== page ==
Rectal Balloon Training in Female Urinary Incontinence

The recruitment status of this study is unknown because the information has not been verified recently.
Verified November 2010 by Chulalongkorn University.
Recruitment status was  Recruiting
Sponsor:
Information provided by:
Chulalongkorn University
ClinicalTrials.gov Identifier:
NCT01245153
First received: November 17, 2010
Last updated: November 19, 2010
Last verified: November 2010
  Purpose

Urinary incontinence (UI) is a common and worldwide problem.Although pelvic floor muscle training(PFMT) is the standard recommendation for conservative treatment but some patients had difficulty doing PFMT. They could not locate the pelvic floor muscles, and so could not perform the PFMT properly or increase intensity of the exercise. The authors hypothesized that rectal balloon training(RBT) may improve patients' pelvic floor recognition as well as it is another option of progressive strengthening of pelvic floor muscle. This study's aim is to combine RBT with PFMT using the water-filled balloons of Foley catheters


Condition Intervention Phase
Urinary Incontinence
Other: Rectal Balloon Training
Other: Pelvic floor muscle training (PFMT)
Phase 2

Study Type: Interventional
Study Design: Allocation: Randomized
Endpoint Classification: Efficacy Study
Intervention Model: Single Group Assignment
Masking: Open Label
Primary Purpose: Treatment
Official Title: Phase 2B Study of Rectal Ballooning Training in Female Urinary Incontinence

Resource links provided by NLM:


Further study details as provided by Chulalongkorn University:

Primary Outcome Measures:
  • Pelvic floor muscle strength [ Time Frame: Change from baseline in pelvic floor muscle strength at 6 weeks ] [ Designated as safety issue: Yes ]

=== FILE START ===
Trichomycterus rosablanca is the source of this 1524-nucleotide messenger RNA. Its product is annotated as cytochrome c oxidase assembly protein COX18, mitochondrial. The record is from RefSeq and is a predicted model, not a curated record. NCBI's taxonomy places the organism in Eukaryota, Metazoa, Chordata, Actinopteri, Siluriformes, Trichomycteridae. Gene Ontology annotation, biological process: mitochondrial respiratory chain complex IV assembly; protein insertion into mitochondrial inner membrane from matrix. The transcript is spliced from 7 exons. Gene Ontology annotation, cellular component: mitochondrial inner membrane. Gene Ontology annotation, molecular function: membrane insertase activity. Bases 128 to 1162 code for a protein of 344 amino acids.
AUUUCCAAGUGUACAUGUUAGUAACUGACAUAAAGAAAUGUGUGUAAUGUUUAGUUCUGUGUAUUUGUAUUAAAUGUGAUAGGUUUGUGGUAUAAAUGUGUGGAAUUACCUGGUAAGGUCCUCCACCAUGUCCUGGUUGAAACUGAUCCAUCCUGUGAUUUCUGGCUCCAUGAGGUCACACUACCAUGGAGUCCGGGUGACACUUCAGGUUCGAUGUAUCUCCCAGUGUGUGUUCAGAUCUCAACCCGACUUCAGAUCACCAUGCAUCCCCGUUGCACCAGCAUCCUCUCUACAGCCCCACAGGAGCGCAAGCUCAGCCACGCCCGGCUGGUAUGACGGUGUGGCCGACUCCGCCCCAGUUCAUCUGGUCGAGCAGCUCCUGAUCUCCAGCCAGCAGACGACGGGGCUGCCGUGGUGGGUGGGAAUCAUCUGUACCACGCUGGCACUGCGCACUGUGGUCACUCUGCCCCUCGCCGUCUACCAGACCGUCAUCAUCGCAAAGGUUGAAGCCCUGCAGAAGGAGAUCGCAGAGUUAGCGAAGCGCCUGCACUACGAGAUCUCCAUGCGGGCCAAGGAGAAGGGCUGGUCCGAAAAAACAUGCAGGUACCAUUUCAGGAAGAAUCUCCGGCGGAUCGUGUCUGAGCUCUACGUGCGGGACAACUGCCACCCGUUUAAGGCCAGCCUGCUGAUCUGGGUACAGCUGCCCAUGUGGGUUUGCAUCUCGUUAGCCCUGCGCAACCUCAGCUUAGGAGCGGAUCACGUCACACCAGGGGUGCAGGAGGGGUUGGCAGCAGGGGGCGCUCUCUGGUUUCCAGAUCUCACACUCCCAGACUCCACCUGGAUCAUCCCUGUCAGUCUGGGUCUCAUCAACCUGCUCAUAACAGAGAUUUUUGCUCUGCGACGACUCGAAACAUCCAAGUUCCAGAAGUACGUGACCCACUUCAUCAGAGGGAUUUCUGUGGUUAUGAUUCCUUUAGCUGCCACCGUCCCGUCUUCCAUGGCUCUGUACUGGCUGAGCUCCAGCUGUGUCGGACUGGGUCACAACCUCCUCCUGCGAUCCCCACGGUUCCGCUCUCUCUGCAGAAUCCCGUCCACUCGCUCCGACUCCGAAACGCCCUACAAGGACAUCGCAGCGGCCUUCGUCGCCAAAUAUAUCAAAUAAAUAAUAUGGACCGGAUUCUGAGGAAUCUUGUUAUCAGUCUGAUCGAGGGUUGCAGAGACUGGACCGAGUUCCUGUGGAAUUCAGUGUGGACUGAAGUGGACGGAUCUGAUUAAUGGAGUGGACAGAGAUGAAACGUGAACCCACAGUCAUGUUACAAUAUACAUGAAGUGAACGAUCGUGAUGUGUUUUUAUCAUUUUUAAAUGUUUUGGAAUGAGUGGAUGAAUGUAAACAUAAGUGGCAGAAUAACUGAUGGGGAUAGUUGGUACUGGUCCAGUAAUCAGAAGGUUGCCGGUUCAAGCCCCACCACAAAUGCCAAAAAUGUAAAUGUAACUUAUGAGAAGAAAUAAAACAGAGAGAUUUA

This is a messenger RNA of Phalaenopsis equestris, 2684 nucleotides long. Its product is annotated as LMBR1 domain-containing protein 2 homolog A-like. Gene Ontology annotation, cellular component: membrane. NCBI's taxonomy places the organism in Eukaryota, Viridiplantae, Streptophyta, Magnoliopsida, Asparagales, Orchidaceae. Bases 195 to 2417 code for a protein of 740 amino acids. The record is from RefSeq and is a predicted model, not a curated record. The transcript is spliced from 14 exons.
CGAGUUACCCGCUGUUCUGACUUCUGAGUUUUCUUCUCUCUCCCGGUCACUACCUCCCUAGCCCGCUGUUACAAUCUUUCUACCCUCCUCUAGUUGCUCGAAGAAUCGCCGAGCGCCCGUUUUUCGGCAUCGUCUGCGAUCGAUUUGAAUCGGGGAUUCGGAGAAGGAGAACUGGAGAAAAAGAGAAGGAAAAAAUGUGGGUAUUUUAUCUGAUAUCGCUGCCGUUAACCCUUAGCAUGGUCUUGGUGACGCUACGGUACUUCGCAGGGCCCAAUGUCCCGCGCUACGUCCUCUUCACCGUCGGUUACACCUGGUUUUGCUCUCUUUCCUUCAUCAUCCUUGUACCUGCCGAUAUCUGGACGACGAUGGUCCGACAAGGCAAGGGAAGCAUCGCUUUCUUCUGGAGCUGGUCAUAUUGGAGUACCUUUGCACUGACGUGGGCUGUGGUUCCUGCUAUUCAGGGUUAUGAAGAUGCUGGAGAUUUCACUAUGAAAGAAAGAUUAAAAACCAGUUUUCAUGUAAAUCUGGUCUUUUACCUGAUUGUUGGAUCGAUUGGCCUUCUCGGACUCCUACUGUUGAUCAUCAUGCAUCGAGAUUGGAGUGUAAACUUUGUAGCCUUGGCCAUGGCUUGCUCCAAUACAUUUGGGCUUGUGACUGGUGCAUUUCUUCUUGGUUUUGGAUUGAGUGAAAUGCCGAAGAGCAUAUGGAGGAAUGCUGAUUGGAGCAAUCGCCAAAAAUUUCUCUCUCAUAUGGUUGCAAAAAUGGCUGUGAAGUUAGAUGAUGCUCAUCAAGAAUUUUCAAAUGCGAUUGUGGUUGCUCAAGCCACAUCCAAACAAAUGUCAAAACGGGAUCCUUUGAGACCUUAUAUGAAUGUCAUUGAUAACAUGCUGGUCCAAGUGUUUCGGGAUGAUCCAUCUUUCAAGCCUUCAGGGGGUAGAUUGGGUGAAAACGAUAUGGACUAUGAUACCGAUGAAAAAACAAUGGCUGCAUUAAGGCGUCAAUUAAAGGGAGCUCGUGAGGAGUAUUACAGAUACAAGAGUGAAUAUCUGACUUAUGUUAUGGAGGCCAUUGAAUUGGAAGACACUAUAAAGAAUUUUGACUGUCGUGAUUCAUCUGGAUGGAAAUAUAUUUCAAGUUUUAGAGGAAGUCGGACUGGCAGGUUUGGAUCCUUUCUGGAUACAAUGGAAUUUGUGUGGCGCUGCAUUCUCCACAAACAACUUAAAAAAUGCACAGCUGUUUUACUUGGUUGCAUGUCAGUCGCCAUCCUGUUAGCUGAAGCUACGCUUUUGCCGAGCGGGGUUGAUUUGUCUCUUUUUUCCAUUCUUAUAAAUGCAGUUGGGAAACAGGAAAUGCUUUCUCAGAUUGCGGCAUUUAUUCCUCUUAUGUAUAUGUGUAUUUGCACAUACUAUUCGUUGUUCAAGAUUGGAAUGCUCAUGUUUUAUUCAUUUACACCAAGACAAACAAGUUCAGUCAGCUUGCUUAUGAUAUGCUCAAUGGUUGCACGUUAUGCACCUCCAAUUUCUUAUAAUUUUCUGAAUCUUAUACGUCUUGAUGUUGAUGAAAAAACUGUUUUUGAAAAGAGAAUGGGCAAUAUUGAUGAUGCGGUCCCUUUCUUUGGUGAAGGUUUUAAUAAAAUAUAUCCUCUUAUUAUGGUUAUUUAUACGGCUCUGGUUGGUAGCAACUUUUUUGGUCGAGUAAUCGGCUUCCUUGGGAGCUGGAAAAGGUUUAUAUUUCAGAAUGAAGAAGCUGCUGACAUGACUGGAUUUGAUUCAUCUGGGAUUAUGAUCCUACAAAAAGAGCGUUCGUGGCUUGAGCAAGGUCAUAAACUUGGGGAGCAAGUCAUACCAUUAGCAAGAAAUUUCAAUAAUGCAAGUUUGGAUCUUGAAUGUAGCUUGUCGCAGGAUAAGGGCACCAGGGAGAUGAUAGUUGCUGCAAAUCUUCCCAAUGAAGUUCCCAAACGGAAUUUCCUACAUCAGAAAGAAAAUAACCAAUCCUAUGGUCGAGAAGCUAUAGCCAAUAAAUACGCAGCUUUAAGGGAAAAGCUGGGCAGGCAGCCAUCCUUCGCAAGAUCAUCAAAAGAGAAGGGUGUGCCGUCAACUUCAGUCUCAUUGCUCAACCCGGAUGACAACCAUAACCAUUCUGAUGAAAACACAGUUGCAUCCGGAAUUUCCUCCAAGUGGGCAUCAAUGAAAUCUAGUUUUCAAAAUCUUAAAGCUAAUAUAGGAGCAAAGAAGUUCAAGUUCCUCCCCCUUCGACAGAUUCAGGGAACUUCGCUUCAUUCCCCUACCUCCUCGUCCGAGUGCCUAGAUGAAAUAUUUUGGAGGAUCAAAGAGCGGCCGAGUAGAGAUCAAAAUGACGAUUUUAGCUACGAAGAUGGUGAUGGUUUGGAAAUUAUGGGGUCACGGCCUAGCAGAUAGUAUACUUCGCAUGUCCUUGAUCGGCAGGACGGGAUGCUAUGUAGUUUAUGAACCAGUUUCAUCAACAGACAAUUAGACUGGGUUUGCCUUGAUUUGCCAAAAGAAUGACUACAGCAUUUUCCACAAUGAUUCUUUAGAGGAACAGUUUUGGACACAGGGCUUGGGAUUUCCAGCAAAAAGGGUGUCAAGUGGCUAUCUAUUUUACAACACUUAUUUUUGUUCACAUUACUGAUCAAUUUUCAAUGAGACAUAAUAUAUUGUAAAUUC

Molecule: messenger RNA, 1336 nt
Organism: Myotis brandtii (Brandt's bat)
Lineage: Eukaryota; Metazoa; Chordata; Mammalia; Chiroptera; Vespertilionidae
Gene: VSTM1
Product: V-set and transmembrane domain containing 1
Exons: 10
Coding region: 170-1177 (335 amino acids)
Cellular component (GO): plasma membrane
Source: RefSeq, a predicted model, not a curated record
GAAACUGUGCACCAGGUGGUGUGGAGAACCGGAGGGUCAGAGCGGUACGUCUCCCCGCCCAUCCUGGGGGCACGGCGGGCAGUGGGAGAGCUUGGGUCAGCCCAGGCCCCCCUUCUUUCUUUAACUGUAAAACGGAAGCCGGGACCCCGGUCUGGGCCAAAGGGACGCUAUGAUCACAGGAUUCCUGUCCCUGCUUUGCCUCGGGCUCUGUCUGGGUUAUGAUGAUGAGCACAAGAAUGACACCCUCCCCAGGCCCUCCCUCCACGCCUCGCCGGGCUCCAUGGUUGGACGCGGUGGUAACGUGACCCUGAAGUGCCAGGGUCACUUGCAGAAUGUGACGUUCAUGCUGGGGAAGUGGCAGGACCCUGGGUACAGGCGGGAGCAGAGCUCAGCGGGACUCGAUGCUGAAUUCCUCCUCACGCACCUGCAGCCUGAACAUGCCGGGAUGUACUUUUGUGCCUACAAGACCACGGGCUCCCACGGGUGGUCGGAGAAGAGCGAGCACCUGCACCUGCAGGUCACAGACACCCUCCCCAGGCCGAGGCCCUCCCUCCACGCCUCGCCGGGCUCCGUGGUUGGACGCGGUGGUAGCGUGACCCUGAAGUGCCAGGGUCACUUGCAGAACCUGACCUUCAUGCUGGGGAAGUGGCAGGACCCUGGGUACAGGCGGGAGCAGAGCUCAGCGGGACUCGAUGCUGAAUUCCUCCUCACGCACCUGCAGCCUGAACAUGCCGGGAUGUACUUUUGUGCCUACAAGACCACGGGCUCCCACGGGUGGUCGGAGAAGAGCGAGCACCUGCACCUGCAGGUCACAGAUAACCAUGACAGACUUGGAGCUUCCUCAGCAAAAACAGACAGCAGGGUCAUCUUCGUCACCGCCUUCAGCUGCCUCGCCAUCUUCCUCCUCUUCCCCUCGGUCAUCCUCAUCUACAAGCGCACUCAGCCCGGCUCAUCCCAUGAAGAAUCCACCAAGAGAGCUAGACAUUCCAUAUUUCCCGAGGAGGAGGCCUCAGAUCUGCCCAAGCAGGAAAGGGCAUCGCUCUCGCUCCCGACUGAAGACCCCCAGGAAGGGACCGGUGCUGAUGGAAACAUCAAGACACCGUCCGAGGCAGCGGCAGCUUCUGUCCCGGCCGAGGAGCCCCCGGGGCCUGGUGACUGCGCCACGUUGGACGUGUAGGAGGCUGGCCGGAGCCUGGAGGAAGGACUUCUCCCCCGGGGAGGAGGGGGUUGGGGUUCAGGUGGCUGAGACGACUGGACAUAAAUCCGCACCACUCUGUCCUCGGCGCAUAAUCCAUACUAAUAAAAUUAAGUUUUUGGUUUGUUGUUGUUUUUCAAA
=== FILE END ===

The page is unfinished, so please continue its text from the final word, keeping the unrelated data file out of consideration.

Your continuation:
Pelvic floor muscle strength will be assessed by biofeedback and recorded in unit of mmHg.


Secondary Outcome Measures:
  • Clinical symptoms [ Time Frame: At the first time then 6 weeks later ] [ Designated as safety issue: Yes ]
    Clinical symptoms are assessed from questionaire and one-hour pad test


Estimated Enrollment: 60
Study Start Date: November 2010
Estimated Study Completion Date: October 2011
Estimated Primary Completion Date: May 2011 (Final data collection date for primary outcome measure)
Arms Assigned Interventions
Experimental: Rectal Balloon Training
Subjects in combined RBT and PFMT group are taught Foley catheter insertion technique. The catheter is inserted into the rectum until the lower end of the balloon is 1 cm inside from the anus. Then the balloon is blown with clean water. Subjects will contract pelvic floor muscle in standing position by contracting the pelvic floor muscle, hold and count 1 to 5, then relax and count 1 to 5. Subjects are instructed to do the exercise 15 times/set, 3 sets/day, every day for 6 weeks.
Other: Rectal Balloon Training
Subjects in combined RBT and PFMT group are taught for foley catheter insertion technique. The catheter is inserted into the rectum until the lower end of the balloon is 1 cm inside from the anus. Then the balloon is blown with clean water starting at 10 cc. Then the volume is progress to 15 cc in 3rd week and 20 cc in 5th week